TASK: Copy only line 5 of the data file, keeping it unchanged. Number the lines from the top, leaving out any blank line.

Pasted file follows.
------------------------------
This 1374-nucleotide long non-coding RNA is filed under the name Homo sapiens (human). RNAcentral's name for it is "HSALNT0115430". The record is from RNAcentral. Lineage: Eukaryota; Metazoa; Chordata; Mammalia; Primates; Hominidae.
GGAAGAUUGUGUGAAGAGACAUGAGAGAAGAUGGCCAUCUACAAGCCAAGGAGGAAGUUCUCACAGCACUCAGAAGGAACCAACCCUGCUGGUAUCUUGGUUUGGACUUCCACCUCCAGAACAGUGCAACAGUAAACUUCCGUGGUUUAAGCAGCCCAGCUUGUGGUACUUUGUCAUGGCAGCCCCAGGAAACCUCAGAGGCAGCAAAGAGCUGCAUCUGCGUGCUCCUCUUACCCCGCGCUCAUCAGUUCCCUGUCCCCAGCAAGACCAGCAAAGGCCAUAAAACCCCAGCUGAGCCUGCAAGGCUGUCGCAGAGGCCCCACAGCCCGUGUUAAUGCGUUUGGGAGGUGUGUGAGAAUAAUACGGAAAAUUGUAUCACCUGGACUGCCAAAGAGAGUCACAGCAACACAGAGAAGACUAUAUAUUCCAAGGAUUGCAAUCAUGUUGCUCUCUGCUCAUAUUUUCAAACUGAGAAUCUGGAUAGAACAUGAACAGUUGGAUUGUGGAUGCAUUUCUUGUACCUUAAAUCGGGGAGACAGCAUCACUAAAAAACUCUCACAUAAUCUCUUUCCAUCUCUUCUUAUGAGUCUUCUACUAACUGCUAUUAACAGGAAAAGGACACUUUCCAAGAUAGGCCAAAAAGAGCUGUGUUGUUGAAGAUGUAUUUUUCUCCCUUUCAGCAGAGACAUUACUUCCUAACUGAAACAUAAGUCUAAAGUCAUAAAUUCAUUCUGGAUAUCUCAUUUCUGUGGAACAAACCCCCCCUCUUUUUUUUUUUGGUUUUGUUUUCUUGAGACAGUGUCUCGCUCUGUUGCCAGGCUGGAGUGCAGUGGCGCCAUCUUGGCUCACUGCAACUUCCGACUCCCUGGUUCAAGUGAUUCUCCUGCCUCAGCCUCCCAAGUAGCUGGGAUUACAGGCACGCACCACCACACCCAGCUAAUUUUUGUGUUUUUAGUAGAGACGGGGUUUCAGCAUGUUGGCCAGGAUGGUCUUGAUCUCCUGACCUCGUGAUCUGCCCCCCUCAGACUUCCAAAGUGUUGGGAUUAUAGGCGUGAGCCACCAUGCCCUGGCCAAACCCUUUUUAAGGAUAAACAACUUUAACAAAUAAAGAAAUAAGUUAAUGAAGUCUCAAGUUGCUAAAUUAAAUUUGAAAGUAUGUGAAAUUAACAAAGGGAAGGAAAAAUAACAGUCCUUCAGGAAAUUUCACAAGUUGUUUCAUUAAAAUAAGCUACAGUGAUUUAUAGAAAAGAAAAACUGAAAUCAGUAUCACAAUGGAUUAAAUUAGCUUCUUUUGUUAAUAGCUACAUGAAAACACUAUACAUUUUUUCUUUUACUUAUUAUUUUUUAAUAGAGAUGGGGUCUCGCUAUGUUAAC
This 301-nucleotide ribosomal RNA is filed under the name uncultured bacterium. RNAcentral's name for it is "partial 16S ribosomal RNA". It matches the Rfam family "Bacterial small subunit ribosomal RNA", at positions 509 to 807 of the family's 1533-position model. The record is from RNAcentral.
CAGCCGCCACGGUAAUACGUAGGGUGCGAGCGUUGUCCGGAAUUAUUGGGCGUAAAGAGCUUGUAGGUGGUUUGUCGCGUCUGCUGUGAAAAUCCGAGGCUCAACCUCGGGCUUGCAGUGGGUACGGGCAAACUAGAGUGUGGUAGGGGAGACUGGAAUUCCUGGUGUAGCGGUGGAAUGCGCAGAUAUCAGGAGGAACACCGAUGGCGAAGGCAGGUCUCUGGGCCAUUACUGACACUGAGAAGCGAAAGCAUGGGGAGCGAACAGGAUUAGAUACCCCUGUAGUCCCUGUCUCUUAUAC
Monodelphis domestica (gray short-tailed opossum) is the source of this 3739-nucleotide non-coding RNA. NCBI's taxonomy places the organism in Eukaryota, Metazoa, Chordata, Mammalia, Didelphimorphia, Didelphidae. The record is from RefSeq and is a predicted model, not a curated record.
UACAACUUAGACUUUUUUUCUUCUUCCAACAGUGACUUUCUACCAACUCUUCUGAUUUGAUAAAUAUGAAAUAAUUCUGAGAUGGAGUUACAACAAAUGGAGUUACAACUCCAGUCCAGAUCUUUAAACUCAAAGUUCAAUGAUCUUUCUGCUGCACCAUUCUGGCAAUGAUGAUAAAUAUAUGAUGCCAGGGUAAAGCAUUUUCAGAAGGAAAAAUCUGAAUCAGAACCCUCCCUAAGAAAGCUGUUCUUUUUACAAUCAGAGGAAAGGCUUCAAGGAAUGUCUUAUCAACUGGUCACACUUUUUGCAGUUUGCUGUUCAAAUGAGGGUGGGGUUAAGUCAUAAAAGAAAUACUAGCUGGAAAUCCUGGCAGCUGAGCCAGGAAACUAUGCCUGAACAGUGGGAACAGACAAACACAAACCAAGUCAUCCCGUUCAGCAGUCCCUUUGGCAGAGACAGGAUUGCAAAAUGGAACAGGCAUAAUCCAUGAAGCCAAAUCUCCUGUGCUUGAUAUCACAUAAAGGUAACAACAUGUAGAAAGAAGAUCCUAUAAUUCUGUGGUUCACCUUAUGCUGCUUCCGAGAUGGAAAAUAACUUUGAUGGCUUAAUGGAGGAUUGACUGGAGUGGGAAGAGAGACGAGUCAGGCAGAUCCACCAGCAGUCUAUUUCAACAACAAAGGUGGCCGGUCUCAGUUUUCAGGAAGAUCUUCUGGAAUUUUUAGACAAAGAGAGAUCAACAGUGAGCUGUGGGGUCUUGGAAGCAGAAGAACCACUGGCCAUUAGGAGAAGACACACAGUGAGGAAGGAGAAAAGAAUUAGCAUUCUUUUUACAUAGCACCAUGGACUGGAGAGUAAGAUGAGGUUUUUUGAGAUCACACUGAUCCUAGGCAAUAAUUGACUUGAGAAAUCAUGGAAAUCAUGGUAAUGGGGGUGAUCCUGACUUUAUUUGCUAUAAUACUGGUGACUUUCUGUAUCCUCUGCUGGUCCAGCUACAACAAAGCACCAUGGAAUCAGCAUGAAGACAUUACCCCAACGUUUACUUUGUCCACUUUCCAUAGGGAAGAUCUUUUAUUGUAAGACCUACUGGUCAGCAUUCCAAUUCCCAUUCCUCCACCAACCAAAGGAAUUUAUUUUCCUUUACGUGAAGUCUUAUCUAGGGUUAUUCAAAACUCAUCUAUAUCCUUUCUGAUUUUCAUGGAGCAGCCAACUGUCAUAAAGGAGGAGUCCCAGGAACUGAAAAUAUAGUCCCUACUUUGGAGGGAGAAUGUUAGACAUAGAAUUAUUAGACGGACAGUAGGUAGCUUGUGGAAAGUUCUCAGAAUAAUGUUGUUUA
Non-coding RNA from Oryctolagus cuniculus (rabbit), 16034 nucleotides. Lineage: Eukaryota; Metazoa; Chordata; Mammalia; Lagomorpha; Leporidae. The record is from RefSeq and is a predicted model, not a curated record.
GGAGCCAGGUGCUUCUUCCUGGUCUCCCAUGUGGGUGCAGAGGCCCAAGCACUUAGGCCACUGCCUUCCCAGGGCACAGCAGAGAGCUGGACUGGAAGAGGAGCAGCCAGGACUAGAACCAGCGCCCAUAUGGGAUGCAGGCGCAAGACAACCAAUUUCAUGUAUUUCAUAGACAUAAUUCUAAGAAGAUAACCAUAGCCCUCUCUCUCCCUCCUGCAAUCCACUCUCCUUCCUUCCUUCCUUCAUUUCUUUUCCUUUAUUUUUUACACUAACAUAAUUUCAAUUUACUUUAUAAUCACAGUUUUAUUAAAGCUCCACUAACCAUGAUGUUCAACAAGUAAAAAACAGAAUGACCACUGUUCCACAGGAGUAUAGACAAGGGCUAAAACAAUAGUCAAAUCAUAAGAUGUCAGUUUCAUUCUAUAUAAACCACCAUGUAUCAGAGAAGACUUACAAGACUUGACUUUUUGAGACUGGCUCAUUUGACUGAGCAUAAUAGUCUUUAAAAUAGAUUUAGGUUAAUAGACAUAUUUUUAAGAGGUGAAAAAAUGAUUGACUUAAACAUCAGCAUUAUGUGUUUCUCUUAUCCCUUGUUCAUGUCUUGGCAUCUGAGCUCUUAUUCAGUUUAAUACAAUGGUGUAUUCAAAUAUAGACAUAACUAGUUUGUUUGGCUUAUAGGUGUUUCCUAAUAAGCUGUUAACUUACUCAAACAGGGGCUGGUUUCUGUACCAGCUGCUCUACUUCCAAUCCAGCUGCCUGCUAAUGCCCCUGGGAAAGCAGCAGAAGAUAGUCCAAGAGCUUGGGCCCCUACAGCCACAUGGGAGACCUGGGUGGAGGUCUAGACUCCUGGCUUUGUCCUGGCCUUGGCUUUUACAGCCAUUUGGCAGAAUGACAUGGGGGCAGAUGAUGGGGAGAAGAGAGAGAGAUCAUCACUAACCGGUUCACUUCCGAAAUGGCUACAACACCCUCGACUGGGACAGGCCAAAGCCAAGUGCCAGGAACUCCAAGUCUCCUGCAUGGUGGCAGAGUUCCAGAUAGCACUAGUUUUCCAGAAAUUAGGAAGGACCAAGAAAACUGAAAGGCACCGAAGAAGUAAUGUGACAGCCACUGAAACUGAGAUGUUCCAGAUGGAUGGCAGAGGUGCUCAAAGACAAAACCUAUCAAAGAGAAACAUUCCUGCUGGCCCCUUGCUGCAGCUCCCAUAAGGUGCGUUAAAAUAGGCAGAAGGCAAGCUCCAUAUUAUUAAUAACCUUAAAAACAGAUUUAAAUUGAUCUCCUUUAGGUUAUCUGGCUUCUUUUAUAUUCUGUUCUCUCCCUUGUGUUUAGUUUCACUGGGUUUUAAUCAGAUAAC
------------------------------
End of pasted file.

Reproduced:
Monodelphis domestica (gray short-tailed opossum) is the source of this 3739-nucleotide non-coding RNA. NCBI's taxonomy places the organism in Eukaryota, Metazoa, Chordata, Mammalia, Didelphimorphia, Didelphidae. The record is from RefSeq and is a predicted model, not a curated record.